alisa alering

Writer of fantasy and other fictions


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The Little Stranger

The Little Stranger by Sarah Waters

The Little Stranger by Sarah Waters

I started listening to Sarah Waters’ new book The Little Stranger on Friday last week, while I was doing reluctant battle with the rowing machine. Usually audiobooks are exercise-only entertainment.  This weekend I snuck in an extra chapter while toiling over the litter boxes (we have 5 cats – it takes a while) and tuned-in again while driving to work today (time usually reserved for off-key singalongs to ‘Deewangi Deewangi’ and other filmi classics.)

I’m on the 3rd disc of 13, and nothing has ‘happened’ in any great plot-forwarding sense. I could care less. I want constantly to go back there, to be there– ‘there’ being tumbledown Hundreds Hall in 1949 — with the doctor, and Caroline, and watch the wallpaper peel as the days go by.

This is supposedly a ghost story and I’ve been having fun looking for the tiniest crumbs of supernatural foreshadowing, which are both few and shy. There has been no apparition, no bad luck, not even a feeling of unease. If I weren’t pre-fixed with the notion of a haunting, I doubt I’d even catch them.

I usually don’t listen to authors I enjoy this much-I want to savor them on the page, but I came to Waters through audiobooks – first with The Night Watch, then Fingersmith, so I decided not to interrupt a good thing. I think I’d listen to Waters no matter what subject she writes about. She is a storyteller, in the old-fashioned way, like Trollope or Austen or Ursula LeGuin. It doesn’t matter what she’s saying, I just want her to go on saying it.

But don’t you like the UK cover better?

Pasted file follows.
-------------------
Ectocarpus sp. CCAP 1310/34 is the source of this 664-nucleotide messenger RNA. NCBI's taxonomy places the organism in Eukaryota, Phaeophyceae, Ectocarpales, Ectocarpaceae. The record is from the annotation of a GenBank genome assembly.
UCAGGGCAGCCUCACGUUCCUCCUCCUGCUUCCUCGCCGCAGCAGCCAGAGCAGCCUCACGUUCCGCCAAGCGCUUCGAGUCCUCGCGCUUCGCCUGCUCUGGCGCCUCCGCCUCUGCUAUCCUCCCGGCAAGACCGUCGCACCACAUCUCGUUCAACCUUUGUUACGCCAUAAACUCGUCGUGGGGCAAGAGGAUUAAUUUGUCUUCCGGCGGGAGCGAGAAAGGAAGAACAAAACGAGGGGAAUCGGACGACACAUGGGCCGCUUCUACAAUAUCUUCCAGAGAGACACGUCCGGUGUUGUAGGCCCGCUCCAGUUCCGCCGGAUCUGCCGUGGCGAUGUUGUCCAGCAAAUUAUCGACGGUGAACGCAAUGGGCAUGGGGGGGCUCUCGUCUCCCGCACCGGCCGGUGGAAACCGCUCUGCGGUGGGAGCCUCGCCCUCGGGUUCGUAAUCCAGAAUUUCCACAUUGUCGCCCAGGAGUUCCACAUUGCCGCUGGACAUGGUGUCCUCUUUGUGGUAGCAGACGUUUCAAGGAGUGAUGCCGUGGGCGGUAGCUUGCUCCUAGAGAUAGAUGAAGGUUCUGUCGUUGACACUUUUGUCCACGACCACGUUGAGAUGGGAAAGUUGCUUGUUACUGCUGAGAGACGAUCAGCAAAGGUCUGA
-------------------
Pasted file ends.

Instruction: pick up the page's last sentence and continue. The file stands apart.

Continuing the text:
The Little Stranger UK cover

The Little Stranger UK cover

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What’s in a room?

I was critiquing a manuscript yesterday (Hi P&C!) in which a conversation takes place in a writer’s study. I thought there wasn’t enough physical description of this room, this mythical birthplace of creation. I looked around my own desk for examples of detail, and realized that a writers’ room is really rich with possibility — I write at a stained plywood desk from IKEA. The arm of my chair has fallen off twice and is held on with zip ties. The cushion is rank with cat hair. But somebody else might have antique rugs, or a desk their father wrote at, or a mania for pristine surfaces and zero tolerance for clutter.

Sarah Waters' (Fingersmith, The Night Watch) writing room

Writer's room: Sarah Waters (Fingersmith, The Night Watch)

Looking at the space where someone works in solitude, where they produce tangible worlds out of the rag bag of their subconscious, is ripe for voyeurism and salacious speculation. Hence, the Guardian’s incredibly gratifying series, Writer’s Rooms.

Some writers don’t have their own rooms, and claim not to want them. (Bizarro craziness if you ask me. How do  you find yesterday’s thought if you don’t know where you left it?) Most rooms have windows, but not all. Some are tidy, some are not.

Actual dirt is not a problem for me, but I need to have a magic circle of empty surfaces drawn around my immediate viewing area – I need to be able to see ahead. I get how views or busy streets could be distracting, but I think I’d die if I had to work in a poky closet without a single window. How can you imagine the world when all you can see is walls?

People is different. Amazing.